Remember that scene in
Friends where Phoebe sings, “Sometimes men love women, sometimes men love men. and then there are bisexuals, but some just say they’re kidding themselves?" That’s a pretty blatant example of bisexual erasure (which pains me, as someone who loves Friends). As much as I’d like to think things have changed since this episode aired in 1996, bi negativity is still prominent today. I would know; I’m a bisexual woman married to a man. Being in a loving, committed relationship with a man doesn’t erase my bisexuality.
My husband knows I’m bisexual, as do my close friends. I count myself lucky that they understand, respect, and support my orientation. But I’m assumed to be straight by most other people — like when new acquaintances will see my wedding ring and ask how long I've been with my husband without considering what my orientation might be. And when I do choose to share that I’m bisexual, I’m often met with confusion or dismissal due to my choice in life partner. It turns out, I’m not alone in that.
“Bisexual people face some of the most ostracization and criticism of any sexual orientation,” says
Dr. Laura McGuire, a nationally recognized sexuality educator, trauma-informed specialist, and inclusion consultant. “There are many myths and misconceptions about bisexual people, and despite decades of education, many members of both the general public and LGBTQ community still seem to believe them.”
A 2016 report from the Centers for Disease Control and Prevention (CDC) surveyed 9,175 adults aged 18-44 about their sexuality and found 5.5 percent of women and 2 percent of men said
they were bisexual. Meanwhile in that same survey, 1.3 percent of women and 1.9 percent of men identified as “homosexual, gay, or lesbian.” More than half of LGBTQ are bi, according to the Movement Advancement Project.
Even so, the American Psychological Association wrote in 2017 that “many [still] believe that
bisexuality does not really exist, and bisexual people suffer bi-invisibility or erasure and bi-negativity from both the lesbian and gay community and the heterosexual community.” Bisexual Awareness Week (also known as #BiWeek) starts on Sept. 16 and runs through Celebrate Bisexuality Day (also known as #BiVisibilityDay) on Sept. 23 each year. So, now seems like the perfect time to learn about some inappropriate, all-too-common statements and stereotypes that contribute to biphobia, bi invisibility, and bi erasure, particularly as they relate to bisexual women in mixed-orientation relationships.
If you catch yourself thinking or preparing to say any of the following to a bisexual woman, it may be worth reconsidering your words — here’s why.
“It sounds like it was just a phase.”
My fellow bi folks, consider writing this in big bold letters and taping it to your bathroom mirror: Bisexuality is a legitimate, lived identity.
“There is no reason to believe that bisexuality+* is limited to a certain amount of time in someone's life. Bisexuality+ is also an identity that does not change based on the gender of your partner at any given time,” says Mackenzie Harte, a communications coordinator at the
GLAAD Institute. “By implying that bisexuality+ is a phase, you are invalidating someone's identity and making them unwelcomed and misunderstood, which can have negative impacts on their emotional wellbeing.” 02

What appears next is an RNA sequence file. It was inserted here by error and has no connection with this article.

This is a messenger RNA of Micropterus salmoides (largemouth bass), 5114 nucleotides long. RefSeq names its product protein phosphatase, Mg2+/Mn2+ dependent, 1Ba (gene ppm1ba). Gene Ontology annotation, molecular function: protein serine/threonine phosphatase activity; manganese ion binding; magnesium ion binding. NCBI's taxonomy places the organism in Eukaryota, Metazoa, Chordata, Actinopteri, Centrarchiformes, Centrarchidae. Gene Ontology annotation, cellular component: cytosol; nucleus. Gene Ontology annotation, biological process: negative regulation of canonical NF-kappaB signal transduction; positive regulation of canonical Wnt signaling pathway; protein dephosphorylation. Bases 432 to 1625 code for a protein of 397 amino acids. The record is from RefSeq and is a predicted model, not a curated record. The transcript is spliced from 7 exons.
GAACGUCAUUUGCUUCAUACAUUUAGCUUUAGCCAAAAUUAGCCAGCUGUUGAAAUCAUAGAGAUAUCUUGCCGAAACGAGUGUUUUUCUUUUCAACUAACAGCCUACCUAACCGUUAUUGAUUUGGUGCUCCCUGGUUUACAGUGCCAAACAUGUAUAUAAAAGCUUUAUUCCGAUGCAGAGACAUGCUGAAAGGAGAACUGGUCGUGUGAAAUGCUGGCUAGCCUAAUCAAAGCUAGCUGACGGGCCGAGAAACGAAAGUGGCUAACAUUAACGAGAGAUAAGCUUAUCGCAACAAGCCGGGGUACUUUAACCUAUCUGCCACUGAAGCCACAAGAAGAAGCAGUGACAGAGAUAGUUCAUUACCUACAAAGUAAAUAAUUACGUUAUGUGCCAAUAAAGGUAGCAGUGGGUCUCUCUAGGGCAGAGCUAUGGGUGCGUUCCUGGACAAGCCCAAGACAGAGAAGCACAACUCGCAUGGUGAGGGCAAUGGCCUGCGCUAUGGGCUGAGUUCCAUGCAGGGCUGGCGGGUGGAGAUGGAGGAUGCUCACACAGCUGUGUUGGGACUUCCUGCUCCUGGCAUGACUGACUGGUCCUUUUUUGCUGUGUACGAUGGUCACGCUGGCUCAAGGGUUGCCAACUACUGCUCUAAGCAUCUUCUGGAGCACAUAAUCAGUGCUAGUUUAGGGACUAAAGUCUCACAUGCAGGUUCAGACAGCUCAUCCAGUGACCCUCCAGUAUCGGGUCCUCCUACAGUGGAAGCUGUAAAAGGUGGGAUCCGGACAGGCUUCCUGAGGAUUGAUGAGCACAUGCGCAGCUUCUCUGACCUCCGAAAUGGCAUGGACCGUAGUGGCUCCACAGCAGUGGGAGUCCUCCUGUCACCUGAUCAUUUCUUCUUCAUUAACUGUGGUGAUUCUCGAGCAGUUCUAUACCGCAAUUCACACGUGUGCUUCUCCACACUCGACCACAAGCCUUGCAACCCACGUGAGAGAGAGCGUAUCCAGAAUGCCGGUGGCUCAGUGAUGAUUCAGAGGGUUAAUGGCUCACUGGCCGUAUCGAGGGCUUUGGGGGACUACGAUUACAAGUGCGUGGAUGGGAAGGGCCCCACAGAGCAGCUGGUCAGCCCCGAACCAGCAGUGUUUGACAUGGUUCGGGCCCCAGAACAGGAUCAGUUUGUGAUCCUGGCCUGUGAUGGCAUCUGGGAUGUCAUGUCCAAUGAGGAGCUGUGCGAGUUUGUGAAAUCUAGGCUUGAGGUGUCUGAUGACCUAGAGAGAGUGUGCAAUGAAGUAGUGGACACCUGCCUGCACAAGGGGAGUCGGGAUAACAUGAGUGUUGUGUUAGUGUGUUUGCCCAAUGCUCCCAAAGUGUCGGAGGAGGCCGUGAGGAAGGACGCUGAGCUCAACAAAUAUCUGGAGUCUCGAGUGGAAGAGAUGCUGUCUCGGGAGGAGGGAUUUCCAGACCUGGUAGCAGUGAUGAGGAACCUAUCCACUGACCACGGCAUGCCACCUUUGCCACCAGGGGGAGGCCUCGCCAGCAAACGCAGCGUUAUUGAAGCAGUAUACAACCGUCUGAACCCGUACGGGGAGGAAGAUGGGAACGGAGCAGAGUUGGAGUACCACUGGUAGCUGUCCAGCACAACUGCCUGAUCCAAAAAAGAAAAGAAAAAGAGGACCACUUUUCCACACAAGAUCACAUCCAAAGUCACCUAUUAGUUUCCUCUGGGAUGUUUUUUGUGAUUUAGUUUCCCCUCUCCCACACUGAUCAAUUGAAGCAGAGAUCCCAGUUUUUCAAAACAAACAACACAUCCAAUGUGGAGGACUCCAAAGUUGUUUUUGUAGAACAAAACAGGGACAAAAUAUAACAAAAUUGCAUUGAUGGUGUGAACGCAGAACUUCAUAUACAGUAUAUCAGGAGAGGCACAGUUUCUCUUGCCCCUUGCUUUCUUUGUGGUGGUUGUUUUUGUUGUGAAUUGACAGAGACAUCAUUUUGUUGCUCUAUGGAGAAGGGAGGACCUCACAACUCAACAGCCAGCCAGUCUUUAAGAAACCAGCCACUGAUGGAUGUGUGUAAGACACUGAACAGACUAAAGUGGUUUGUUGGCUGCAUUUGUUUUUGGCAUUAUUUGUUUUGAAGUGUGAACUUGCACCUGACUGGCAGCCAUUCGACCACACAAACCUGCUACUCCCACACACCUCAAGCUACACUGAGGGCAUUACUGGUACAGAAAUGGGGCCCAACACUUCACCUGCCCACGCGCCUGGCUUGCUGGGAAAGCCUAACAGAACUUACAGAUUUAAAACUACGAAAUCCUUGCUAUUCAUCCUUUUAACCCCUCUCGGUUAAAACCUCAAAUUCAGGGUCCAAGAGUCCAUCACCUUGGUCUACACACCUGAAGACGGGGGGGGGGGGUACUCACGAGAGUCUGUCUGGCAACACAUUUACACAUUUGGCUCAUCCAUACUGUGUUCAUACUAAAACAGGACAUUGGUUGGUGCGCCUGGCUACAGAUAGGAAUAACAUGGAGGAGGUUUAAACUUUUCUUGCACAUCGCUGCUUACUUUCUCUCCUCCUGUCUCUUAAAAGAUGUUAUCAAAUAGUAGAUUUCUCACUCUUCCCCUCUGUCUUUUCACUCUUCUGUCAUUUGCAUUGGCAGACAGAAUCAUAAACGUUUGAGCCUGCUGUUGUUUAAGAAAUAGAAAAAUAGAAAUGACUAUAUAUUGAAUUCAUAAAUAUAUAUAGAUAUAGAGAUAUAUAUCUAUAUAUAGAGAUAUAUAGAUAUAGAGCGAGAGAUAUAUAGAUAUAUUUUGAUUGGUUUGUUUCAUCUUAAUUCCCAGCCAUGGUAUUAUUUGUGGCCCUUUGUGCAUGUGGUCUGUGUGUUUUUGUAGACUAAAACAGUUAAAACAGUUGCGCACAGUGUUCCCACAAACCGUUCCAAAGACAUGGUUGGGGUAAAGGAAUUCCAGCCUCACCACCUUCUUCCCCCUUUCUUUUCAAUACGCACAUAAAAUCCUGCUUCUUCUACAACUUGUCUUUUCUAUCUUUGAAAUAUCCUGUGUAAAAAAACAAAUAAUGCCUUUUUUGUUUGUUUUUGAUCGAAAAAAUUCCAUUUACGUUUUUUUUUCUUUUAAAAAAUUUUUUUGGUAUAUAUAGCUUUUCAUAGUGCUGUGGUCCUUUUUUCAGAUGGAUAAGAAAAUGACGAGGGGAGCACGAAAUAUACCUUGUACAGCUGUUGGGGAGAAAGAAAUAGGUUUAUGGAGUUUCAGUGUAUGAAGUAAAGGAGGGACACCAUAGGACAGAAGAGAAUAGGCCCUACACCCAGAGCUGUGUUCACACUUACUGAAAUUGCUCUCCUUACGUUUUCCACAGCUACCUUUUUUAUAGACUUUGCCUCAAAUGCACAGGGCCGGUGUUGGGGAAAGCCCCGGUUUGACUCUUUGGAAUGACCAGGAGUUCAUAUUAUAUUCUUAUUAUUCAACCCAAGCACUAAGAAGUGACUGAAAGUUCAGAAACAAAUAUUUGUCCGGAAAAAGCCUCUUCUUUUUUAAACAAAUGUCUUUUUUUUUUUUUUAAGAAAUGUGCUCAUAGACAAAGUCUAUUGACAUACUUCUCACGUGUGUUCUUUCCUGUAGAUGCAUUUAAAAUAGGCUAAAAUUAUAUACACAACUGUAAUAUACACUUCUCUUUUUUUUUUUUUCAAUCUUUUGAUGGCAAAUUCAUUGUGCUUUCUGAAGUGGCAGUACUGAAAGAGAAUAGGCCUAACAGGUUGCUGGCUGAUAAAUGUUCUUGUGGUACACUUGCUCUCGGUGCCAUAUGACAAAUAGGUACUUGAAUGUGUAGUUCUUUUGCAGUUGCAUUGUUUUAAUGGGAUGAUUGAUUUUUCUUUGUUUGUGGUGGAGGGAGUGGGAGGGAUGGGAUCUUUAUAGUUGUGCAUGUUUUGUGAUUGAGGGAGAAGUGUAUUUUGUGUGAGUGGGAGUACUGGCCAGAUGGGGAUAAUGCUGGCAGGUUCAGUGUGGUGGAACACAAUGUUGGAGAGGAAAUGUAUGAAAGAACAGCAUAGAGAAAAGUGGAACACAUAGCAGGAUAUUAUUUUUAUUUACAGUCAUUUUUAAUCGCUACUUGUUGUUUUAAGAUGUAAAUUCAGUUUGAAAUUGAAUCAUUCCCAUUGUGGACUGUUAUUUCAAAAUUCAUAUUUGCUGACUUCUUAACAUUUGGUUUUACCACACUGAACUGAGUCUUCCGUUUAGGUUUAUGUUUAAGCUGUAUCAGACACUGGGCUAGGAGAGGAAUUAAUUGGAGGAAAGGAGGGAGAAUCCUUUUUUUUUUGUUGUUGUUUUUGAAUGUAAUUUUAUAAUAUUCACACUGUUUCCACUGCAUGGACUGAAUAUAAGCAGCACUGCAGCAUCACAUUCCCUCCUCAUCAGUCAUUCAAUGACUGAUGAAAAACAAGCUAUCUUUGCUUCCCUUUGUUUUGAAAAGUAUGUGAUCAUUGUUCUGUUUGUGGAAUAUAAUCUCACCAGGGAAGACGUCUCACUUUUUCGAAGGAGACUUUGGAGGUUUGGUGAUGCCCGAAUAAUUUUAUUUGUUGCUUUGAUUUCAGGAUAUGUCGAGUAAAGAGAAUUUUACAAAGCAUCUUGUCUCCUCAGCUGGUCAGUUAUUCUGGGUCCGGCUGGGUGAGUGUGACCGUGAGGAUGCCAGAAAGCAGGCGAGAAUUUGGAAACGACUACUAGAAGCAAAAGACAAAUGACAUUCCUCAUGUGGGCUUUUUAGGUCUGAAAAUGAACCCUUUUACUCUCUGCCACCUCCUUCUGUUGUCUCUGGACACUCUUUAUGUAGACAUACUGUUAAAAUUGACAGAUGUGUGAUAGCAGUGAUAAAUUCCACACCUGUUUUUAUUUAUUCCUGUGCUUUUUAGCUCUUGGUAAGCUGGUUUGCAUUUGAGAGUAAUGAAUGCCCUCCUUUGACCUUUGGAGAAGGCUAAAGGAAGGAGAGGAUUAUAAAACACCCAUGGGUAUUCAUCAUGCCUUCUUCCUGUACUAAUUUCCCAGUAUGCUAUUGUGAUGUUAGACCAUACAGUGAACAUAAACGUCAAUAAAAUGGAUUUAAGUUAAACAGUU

“It seems like you're just saying this for attention.”
This one makes me roll my eyes so hard, I worry they’ll get stuck that way.
“The belief that someone would identify as bisexual+ just for attention makes no sense, considering how underrepresented bi people are,” Harte says. “Bisexual+ people are massively underrepresented and misunderstood.”
Implying that someone might come out as bi in an effort to get more attention undermines bisexuality's existence and generalizes bi people according to harmful tropes — that they’re hypersexual or that they might be somehow more promiscuous. These kinds of descriptions are defamatory and insulting, to say the least.
“It sounds like you're just an overly sexual person.”
It’s ridiculous that it’s 2020 and I still have to say this, but being attracted to more than one gender doesn’t mean that you’re automatically more sexual than anyone else.
“Bisexuality+ as a sexual orientation has nothing to do with how sexual or non-sexual someone is, and bisexuality+ as an identity intersects with other identities (such as someone being bi but also asexual),” Harte explains.
Not to mention, there’s a sexist element to this claim. To call a woman “overly sexual” for being attracted to more than one gender comes with the misogynistic idea of judging a woman based on her sexuality in a way that society would rarely judge a man.
“But have you ever actually hooked up with a woman?”
If you’re a woman who identifies as straight, but you’ve never had a sexual experience with a man, does that mean you’re not straight? Obviously not!
So, why should a bi person have to “prove” their sexuality by having sexual experiences with multiple genders? And beyond that, why should they have to “prove” it to you by answering these types of personal questions?
“Bi+ people are well within their rights to respond to these types of statements with, ‘My sexual/relationship history is my business, and it's inappropriate for you to ask about my history in a way that you wouldn't for a straight or gay/lesbian person,’” says Harte.
Harte also notes that bisexuality is inclusive of nonbinary people and others who are not cis men or cis women. “These statements all push a binary ‘men
or women’ viewpoint that is damaging to nonbinary and gender nonconforming people,” they add. Cavan Images/Cavan/Getty Images 05
“Do you think you're just a lesbian who's scared to commit to being a lesbian?”
“[This] invalidate[s] bisexuality+ as a legitimate, lived identity, and again, aims to gate-keep people's authentic experiences based on incorrect and harmful biases,” Harte says.